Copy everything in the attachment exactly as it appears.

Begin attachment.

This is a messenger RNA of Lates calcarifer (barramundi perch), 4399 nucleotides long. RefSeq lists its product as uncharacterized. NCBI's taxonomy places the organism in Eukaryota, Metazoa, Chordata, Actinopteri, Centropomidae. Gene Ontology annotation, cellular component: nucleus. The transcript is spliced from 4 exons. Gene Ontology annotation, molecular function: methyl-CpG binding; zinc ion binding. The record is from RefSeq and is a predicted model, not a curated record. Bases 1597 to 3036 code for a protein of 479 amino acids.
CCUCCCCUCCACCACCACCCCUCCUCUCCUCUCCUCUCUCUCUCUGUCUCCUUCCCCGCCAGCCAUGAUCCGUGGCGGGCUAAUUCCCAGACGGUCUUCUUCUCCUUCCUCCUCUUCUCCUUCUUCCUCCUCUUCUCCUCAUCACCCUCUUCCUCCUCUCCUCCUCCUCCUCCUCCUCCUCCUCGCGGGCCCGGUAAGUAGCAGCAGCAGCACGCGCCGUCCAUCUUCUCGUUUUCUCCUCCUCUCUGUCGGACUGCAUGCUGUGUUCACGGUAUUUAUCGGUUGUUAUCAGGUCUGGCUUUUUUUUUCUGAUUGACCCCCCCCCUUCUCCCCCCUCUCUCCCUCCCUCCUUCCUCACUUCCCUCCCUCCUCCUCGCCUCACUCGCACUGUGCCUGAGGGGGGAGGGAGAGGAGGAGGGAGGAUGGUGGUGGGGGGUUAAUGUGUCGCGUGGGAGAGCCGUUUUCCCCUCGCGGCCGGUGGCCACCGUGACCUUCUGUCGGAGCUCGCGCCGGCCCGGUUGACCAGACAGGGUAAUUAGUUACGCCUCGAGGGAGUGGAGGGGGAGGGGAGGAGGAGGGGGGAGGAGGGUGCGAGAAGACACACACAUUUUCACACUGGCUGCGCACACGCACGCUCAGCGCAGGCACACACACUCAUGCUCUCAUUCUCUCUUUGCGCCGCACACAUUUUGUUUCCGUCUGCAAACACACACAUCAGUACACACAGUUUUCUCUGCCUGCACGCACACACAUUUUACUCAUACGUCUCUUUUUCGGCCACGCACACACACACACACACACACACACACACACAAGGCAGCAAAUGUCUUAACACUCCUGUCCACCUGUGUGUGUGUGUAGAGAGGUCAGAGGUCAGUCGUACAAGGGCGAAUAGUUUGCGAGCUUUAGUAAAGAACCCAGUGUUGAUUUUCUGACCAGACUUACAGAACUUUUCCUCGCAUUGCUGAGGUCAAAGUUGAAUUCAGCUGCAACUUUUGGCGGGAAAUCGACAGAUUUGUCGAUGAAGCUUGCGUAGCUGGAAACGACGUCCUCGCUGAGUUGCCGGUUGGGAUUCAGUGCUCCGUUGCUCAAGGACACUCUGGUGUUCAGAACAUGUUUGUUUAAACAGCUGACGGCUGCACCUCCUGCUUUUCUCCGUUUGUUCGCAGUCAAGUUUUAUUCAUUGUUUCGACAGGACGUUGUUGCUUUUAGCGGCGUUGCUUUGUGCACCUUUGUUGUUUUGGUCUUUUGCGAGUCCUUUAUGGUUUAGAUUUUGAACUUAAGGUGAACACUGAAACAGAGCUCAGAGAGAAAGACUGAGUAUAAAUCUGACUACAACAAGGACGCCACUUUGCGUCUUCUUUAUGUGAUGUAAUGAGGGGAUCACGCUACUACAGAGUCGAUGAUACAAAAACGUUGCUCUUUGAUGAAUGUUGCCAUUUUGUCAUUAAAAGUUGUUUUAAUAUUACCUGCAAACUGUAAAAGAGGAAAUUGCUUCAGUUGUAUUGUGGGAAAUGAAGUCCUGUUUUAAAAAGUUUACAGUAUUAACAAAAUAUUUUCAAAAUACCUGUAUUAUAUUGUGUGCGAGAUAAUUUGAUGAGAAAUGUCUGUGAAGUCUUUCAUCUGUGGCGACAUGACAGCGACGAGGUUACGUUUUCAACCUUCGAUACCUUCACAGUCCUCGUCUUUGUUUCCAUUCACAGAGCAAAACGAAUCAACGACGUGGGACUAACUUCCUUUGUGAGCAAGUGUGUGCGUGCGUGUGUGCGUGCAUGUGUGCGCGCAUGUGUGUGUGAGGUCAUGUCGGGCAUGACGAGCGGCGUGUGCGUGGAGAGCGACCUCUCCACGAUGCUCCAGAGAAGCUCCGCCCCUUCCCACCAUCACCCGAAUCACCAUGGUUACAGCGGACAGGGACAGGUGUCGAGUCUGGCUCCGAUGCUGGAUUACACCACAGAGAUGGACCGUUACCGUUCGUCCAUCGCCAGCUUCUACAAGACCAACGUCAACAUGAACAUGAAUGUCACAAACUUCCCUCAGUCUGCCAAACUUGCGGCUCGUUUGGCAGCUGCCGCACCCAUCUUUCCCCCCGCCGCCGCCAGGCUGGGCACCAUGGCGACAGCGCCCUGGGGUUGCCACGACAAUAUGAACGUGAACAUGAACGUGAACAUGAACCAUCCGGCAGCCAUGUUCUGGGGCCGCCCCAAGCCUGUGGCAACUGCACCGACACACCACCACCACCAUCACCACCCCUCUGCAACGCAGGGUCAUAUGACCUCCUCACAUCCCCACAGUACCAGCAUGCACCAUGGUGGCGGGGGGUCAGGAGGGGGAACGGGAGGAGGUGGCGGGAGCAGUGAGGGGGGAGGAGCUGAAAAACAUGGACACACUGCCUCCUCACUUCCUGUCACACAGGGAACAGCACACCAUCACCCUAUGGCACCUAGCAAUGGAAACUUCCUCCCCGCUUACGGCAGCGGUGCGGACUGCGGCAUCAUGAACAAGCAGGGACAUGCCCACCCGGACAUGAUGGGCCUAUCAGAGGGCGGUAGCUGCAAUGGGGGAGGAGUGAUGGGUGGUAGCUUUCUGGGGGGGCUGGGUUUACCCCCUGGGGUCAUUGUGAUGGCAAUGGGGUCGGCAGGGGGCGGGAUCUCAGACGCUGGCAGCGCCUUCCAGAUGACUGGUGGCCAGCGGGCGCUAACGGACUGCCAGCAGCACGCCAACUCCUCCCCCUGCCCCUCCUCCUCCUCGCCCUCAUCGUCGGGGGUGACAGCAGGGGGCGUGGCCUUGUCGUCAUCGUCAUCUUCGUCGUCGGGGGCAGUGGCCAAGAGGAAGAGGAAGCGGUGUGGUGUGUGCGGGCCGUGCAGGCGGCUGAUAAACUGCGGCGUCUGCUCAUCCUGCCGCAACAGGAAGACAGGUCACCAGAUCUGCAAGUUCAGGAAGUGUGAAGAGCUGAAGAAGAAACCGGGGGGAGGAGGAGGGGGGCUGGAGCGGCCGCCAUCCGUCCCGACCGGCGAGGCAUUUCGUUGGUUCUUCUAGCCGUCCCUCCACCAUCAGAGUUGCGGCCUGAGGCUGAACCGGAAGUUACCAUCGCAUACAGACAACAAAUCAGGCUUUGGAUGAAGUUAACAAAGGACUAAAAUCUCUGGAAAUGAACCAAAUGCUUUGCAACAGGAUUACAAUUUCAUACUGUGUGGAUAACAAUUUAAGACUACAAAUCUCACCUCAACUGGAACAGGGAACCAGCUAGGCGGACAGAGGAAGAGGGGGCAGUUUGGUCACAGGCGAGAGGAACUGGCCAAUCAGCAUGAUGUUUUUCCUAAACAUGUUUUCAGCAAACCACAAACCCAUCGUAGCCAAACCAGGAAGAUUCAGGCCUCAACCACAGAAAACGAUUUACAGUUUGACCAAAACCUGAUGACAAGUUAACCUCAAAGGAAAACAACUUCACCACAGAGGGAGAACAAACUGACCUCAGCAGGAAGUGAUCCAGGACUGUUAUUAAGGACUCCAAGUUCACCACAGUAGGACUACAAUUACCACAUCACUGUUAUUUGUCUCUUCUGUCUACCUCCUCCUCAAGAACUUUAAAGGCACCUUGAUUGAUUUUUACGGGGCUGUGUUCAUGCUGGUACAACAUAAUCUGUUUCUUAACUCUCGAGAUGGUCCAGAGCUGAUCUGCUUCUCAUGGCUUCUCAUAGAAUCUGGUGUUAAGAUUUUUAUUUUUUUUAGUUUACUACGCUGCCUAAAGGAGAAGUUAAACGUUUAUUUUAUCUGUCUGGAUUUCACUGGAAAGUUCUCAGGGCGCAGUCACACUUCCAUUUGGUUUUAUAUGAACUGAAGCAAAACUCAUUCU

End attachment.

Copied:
This is a messenger RNA of Lates calcarifer (barramundi perch), 4399 nucleotides long. RefSeq lists its product as uncharacterized. NCBI's taxonomy places the organism in Eukaryota, Metazoa, Chordata, Actinopteri, Centropomidae. Gene Ontology annotation, cellular component: nucleus. The transcript is spliced from 4 exons. Gene Ontology annotation, molecular function: methyl-CpG binding; zinc ion binding. The record is from RefSeq and is a predicted model, not a curated record. Bases 1597 to 3036 code for a protein of 479 amino acids.
CCUCCCCUCCACCACCACCCCUCCUCUCCUCUCCUCUCUCUCUCUGUCUCCUUCCCCGCCAGCCAUGAUCCGUGGCGGGCUAAUUCCCAGACGGUCUUCUUCUCCUUCCUCCUCUUCUCCUUCUUCCUCCUCUUCUCCUCAUCACCCUCUUCCUCCUCUCCUCCUCCUCCUCCUCCUCCUCCUCGCGGGCCCGGUAAGUAGCAGCAGCAGCACGCGCCGUCCAUCUUCUCGUUUUCUCCUCCUCUCUGUCGGACUGCAUGCUGUGUUCACGGUAUUUAUCGGUUGUUAUCAGGUCUGGCUUUUUUUUUCUGAUUGACCCCCCCCCUUCUCCCCCCUCUCUCCCUCCCUCCUUCCUCACUUCCCUCCCUCCUCCUCGCCUCACUCGCACUGUGCCUGAGGGGGGAGGGAGAGGAGGAGGGAGGAUGGUGGUGGGGGGUUAAUGUGUCGCGUGGGAGAGCCGUUUUCCCCUCGCGGCCGGUGGCCACCGUGACCUUCUGUCGGAGCUCGCGCCGGCCCGGUUGACCAGACAGGGUAAUUAGUUACGCCUCGAGGGAGUGGAGGGGGAGGGGAGGAGGAGGGGGGAGGAGGGUGCGAGAAGACACACACAUUUUCACACUGGCUGCGCACACGCACGCUCAGCGCAGGCACACACACUCAUGCUCUCAUUCUCUCUUUGCGCCGCACACAUUUUGUUUCCGUCUGCAAACACACACAUCAGUACACACAGUUUUCUCUGCCUGCACGCACACACAUUUUACUCAUACGUCUCUUUUUCGGCCACGCACACACACACACACACACACACACACACACAAGGCAGCAAAUGUCUUAACACUCCUGUCCACCUGUGUGUGUGUGUAGAGAGGUCAGAGGUCAGUCGUACAAGGGCGAAUAGUUUGCGAGCUUUAGUAAAGAACCCAGUGUUGAUUUUCUGACCAGACUUACAGAACUUUUCCUCGCAUUGCUGAGGUCAAAGUUGAAUUCAGCUGCAACUUUUGGCGGGAAAUCGACAGAUUUGUCGAUGAAGCUUGCGUAGCUGGAAACGACGUCCUCGCUGAGUUGCCGGUUGGGAUUCAGUGCUCCGUUGCUCAAGGACACUCUGGUGUUCAGAACAUGUUUGUUUAAACAGCUGACGGCUGCACCUCCUGCUUUUCUCCGUUUGUUCGCAGUCAAGUUUUAUUCAUUGUUUCGACAGGACGUUGUUGCUUUUAGCGGCGUUGCUUUGUGCACCUUUGUUGUUUUGGUCUUUUGCGAGUCCUUUAUGGUUUAGAUUUUGAACUUAAGGUGAACACUGAAACAGAGCUCAGAGAGAAAGACUGAGUAUAAAUCUGACUACAACAAGGACGCCACUUUGCGUCUUCUUUAUGUGAUGUAAUGAGGGGAUCACGCUACUACAGAGUCGAUGAUACAAAAACGUUGCUCUUUGAUGAAUGUUGCCAUUUUGUCAUUAAAAGUUGUUUUAAUAUUACCUGCAAACUGUAAAAGAGGAAAUUGCUUCAGUUGUAUUGUGGGAAAUGAAGUCCUGUUUUAAAAAGUUUACAGUAUUAACAAAAUAUUUUCAAAAUACCUGUAUUAUAUUGUGUGCGAGAUAAUUUGAUGAGAAAUGUCUGUGAAGUCUUUCAUCUGUGGCGACAUGACAGCGACGAGGUUACGUUUUCAACCUUCGAUACCUUCACAGUCCUCGUCUUUGUUUCCAUUCACAGAGCAAAACGAAUCAACGACGUGGGACUAACUUCCUUUGUGAGCAAGUGUGUGCGUGCGUGUGUGCGUGCAUGUGUGCGCGCAUGUGUGUGUGAGGUCAUGUCGGGCAUGACGAGCGGCGUGUGCGUGGAGAGCGACCUCUCCACGAUGCUCCAGAGAAGCUCCGCCCCUUCCCACCAUCACCCGAAUCACCAUGGUUACAGCGGACAGGGACAGGUGUCGAGUCUGGCUCCGAUGCUGGAUUACACCACAGAGAUGGACCGUUACCGUUCGUCCAUCGCCAGCUUCUACAAGACCAACGUCAACAUGAACAUGAAUGUCACAAACUUCCCUCAGUCUGCCAAACUUGCGGCUCGUUUGGCAGCUGCCGCACCCAUCUUUCCCCCCGCCGCCGCCAGGCUGGGCACCAUGGCGACAGCGCCCUGGGGUUGCCACGACAAUAUGAACGUGAACAUGAACGUGAACAUGAACCAUCCGGCAGCCAUGUUCUGGGGCCGCCCCAAGCCUGUGGCAACUGCACCGACACACCACCACCACCAUCACCACCCCUCUGCAACGCAGGGUCAUAUGACCUCCUCACAUCCCCACAGUACCAGCAUGCACCAUGGUGGCGGGGGGUCAGGAGGGGGAACGGGAGGAGGUGGCGGGAGCAGUGAGGGGGGAGGAGCUGAAAAACAUGGACACACUGCCUCCUCACUUCCUGUCACACAGGGAACAGCACACCAUCACCCUAUGGCACCUAGCAAUGGAAACUUCCUCCCCGCUUACGGCAGCGGUGCGGACUGCGGCAUCAUGAACAAGCAGGGACAUGCCCACCCGGACAUGAUGGGCCUAUCAGAGGGCGGUAGCUGCAAUGGGGGAGGAGUGAUGGGUGGUAGCUUUCUGGGGGGGCUGGGUUUACCCCCUGGGGUCAUUGUGAUGGCAAUGGGGUCGGCAGGGGGCGGGAUCUCAGACGCUGGCAGCGCCUUCCAGAUGACUGGUGGCCAGCGGGCGCUAACGGACUGCCAGCAGCACGCCAACUCCUCCCCCUGCCCCUCCUCCUCCUCGCCCUCAUCGUCGGGGGUGACAGCAGGGGGCGUGGCCUUGUCGUCAUCGUCAUCUUCGUCGUCGGGGGCAGUGGCCAAGAGGAAGAGGAAGCGGUGUGGUGUGUGCGGGCCGUGCAGGCGGCUGAUAAACUGCGGCGUCUGCUCAUCCUGCCGCAACAGGAAGACAGGUCACCAGAUCUGCAAGUUCAGGAAGUGUGAAGAGCUGAAGAAGAAACCGGGGGGAGGAGGAGGGGGGCUGGAGCGGCCGCCAUCCGUCCCGACCGGCGAGGCAUUUCGUUGGUUCUUCUAGCCGUCCCUCCACCAUCAGAGUUGCGGCCUGAGGCUGAACCGGAAGUUACCAUCGCAUACAGACAACAAAUCAGGCUUUGGAUGAAGUUAACAAAGGACUAAAAUCUCUGGAAAUGAACCAAAUGCUUUGCAACAGGAUUACAAUUUCAUACUGUGUGGAUAACAAUUUAAGACUACAAAUCUCACCUCAACUGGAACAGGGAACCAGCUAGGCGGACAGAGGAAGAGGGGGCAGUUUGGUCACAGGCGAGAGGAACUGGCCAAUCAGCAUGAUGUUUUUCCUAAACAUGUUUUCAGCAAACCACAAACCCAUCGUAGCCAAACCAGGAAGAUUCAGGCCUCAACCACAGAAAACGAUUUACAGUUUGACCAAAACCUGAUGACAAGUUAACCUCAAAGGAAAACAACUUCACCACAGAGGGAGAACAAACUGACCUCAGCAGGAAGUGAUCCAGGACUGUUAUUAAGGACUCCAAGUUCACCACAGUAGGACUACAAUUACCACAUCACUGUUAUUUGUCUCUUCUGUCUACCUCCUCCUCAAGAACUUUAAAGGCACCUUGAUUGAUUUUUACGGGGCUGUGUUCAUGCUGGUACAACAUAAUCUGUUUCUUAACUCUCGAGAUGGUCCAGAGCUGAUCUGCUUCUCAUGGCUUCUCAUAGAAUCUGGUGUUAAGAUUUUUAUUUUUUUUAGUUUACUACGCUGCCUAAAGGAGAAGUUAAACGUUUAUUUUAUCUGUCUGGAUUUCACUGGAAAGUUCUCAGGGCGCAGUCACACUUCCAUUUGGUUUUAUAUGAACUGAAGCAAAACUCAUUCU